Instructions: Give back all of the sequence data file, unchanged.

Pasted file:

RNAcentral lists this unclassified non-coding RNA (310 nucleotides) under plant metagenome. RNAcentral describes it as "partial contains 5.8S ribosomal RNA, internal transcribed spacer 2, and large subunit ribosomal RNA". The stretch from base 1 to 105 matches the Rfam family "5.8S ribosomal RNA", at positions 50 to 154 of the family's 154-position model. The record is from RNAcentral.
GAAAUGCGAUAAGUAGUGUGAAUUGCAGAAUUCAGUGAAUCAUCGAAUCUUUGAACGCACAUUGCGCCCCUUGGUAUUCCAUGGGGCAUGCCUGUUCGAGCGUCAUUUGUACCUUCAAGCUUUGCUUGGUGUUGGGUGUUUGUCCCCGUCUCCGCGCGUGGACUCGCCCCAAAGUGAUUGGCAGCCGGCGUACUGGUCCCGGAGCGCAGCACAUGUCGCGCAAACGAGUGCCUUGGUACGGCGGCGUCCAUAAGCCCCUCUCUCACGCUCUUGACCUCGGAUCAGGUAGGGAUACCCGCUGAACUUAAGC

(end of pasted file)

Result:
RNAcentral lists this unclassified non-coding RNA (310 nucleotides) under plant metagenome. RNAcentral describes it as "partial contains 5.8S ribosomal RNA, internal transcribed spacer 2, and large subunit ribosomal RNA". The stretch from base 1 to 105 matches the Rfam family "5.8S ribosomal RNA", at positions 50 to 154 of the family's 154-position model. The record is from RNAcentral.
GAAAUGCGAUAAGUAGUGUGAAUUGCAGAAUUCAGUGAAUCAUCGAAUCUUUGAACGCACAUUGCGCCCCUUGGUAUUCCAUGGGGCAUGCCUGUUCGAGCGUCAUUUGUACCUUCAAGCUUUGCUUGGUGUUGGGUGUUUGUCCCCGUCUCCGCGCGUGGACUCGCCCCAAAGUGAUUGGCAGCCGGCGUACUGGUCCCGGAGCGCAGCACAUGUCGCGCAAACGAGUGCCUUGGUACGGCGGCGUCCAUAAGCCCCUCUCUCACGCUCUUGACCUCGGAUCAGGUAGGGAUACCCGCUGAACUUAAGC